When everybody left, it got really quiet. Quiet and empty. But if you stood in one of these streets, it wouldn't be as easy to grasp the emptiness as the stillness. There are cars, there's a stray dog, it seems as if the Christmas lights are going to light up as soon as it gets dark. But it doesn't darken, the water doesn't move, you will never hear these particular waves. So should some forensics team come to investigate this unusual scene, they would feel the warmth of the engine of a car left in the harbour, but they wouldn't hear the echos any conversations. The cause and effect seem forever separated. However, through the visual mindfulness of Łukasz Zgrzebski's scenes. We are brought closer to the hidden narrative and the power of the absence of closure.
In the theory of sound there is a notion that the acoustic signal of "white noise" is a completely flat spectrum. This term comes from the analogy with the optical spectrum of an electromagnetic wave. Visual sound and tone constitutes a kind of background music that doesn't directly attract attention, but still bring relief and stirs mindfulness. Pictures by Łukasz Zgrzebski are only apparently soothing or just to a certain degree. You could flip though these pictures like you would a Scandinavian furniture catalogue. However, that peace and order is a minimalist illusion. We are taken in by the consistent colour palette and faultless composition. You can take a breath but when you exhale, something deeper starts to emerge.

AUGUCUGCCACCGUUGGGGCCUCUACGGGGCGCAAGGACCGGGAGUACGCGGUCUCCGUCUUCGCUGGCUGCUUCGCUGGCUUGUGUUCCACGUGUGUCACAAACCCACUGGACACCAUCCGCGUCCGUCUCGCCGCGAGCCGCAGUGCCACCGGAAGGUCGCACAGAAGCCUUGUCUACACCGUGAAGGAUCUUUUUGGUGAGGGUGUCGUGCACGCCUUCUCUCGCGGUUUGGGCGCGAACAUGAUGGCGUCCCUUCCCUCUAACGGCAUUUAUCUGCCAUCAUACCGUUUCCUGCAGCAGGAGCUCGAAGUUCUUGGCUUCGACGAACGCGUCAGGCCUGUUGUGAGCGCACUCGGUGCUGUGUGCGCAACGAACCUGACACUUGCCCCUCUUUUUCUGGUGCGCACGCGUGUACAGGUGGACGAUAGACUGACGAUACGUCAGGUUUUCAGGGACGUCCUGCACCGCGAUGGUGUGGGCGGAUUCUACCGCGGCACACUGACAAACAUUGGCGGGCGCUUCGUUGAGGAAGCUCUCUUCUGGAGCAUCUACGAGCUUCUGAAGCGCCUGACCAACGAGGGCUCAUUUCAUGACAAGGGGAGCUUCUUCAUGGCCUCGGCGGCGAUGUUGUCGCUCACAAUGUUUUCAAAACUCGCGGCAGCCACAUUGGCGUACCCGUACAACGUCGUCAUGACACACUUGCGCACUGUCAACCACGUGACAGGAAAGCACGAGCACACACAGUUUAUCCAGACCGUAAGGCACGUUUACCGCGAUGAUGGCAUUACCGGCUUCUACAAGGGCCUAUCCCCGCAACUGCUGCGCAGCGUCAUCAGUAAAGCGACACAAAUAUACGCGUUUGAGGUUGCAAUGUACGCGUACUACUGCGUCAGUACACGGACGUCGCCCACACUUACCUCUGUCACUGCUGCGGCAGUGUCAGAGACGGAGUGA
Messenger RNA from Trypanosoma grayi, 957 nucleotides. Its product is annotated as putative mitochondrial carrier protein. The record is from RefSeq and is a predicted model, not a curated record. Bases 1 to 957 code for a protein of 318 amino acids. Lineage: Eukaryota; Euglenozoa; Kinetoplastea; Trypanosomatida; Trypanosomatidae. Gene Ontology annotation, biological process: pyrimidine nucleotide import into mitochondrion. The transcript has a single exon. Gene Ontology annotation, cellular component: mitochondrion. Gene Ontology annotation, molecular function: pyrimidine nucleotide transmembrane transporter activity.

Such a story might have been a beautiful illustration for finely drawn maps of Eugeniusz Romer acquainting us with frosty North. Such pictures could have appeared on the covers of collector's editions of old-time sagas. Such innocence of view has however been lost. These pictures set an empty stage, that has the faint echos of past trauma. So when we gaze at this deserted landscape, we contemplate it focused and in silence. And at a certain point we feel empathy for those who had to abandon their homes. Then just another few breaths and we realise that they are us.